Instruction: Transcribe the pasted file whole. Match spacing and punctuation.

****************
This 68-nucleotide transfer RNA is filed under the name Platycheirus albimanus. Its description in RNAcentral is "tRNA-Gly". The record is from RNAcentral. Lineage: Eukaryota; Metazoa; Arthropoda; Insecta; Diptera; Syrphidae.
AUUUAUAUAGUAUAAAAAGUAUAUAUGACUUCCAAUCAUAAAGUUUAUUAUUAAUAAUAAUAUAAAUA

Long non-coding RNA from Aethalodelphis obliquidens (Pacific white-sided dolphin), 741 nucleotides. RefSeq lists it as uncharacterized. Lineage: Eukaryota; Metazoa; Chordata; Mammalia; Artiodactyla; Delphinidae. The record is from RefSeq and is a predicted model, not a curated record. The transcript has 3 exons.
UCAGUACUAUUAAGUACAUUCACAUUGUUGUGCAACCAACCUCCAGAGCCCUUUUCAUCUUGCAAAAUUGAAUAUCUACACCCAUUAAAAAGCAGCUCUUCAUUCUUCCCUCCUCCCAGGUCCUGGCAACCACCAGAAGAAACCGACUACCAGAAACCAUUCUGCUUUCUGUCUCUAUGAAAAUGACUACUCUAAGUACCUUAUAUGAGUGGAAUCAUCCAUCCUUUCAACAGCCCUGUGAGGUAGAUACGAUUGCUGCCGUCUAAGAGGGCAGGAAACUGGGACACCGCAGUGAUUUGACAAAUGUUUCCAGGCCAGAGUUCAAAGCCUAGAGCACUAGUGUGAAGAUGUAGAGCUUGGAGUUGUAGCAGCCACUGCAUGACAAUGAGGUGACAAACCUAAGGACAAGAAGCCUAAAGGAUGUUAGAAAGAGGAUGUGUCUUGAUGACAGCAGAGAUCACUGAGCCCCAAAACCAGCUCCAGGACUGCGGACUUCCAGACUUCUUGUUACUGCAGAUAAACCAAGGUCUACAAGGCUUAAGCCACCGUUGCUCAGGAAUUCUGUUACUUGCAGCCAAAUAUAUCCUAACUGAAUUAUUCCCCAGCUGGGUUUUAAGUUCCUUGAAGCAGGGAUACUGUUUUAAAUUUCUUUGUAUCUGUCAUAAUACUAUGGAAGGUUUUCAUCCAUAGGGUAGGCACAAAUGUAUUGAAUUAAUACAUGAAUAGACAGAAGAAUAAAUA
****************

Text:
This 68-nucleotide transfer RNA is filed under the name Platycheirus albimanus. Its description in RNAcentral is "tRNA-Gly". The record is from RNAcentral. Lineage: Eukaryota; Metazoa; Arthropoda; Insecta; Diptera; Syrphidae.
AUUUAUAUAGUAUAAAAAGUAUAUAUGACUUCCAAUCAUAAAGUUUAUUAUUAAUAAUAAUAUAAAUA

Long non-coding RNA from Aethalodelphis obliquidens (Pacific white-sided dolphin), 741 nucleotides. RefSeq lists it as uncharacterized. Lineage: Eukaryota; Metazoa; Chordata; Mammalia; Artiodactyla; Delphinidae. The record is from RefSeq and is a predicted model, not a curated record. The transcript has 3 exons.
UCAGUACUAUUAAGUACAUUCACAUUGUUGUGCAACCAACCUCCAGAGCCCUUUUCAUCUUGCAAAAUUGAAUAUCUACACCCAUUAAAAAGCAGCUCUUCAUUCUUCCCUCCUCCCAGGUCCUGGCAACCACCAGAAGAAACCGACUACCAGAAACCAUUCUGCUUUCUGUCUCUAUGAAAAUGACUACUCUAAGUACCUUAUAUGAGUGGAAUCAUCCAUCCUUUCAACAGCCCUGUGAGGUAGAUACGAUUGCUGCCGUCUAAGAGGGCAGGAAACUGGGACACCGCAGUGAUUUGACAAAUGUUUCCAGGCCAGAGUUCAAAGCCUAGAGCACUAGUGUGAAGAUGUAGAGCUUGGAGUUGUAGCAGCCACUGCAUGACAAUGAGGUGACAAACCUAAGGACAAGAAGCCUAAAGGAUGUUAGAAAGAGGAUGUGUCUUGAUGACAGCAGAGAUCACUGAGCCCCAAAACCAGCUCCAGGACUGCGGACUUCCAGACUUCUUGUUACUGCAGAUAAACCAAGGUCUACAAGGCUUAAGCCACCGUUGCUCAGGAAUUCUGUUACUUGCAGCCAAAUAUAUCCUAACUGAAUUAUUCCCCAGCUGGGUUUUAAGUUCCUUGAAGCAGGGAUACUGUUUUAAAUUUCUUUGUAUCUGUCAUAAUACUAUGGAAGGUUUUCAUCCAUAGGGUAGGCACAAAUGUAUUGAAUUAAUACAUGAAUAGACAGAAGAAUAAAUA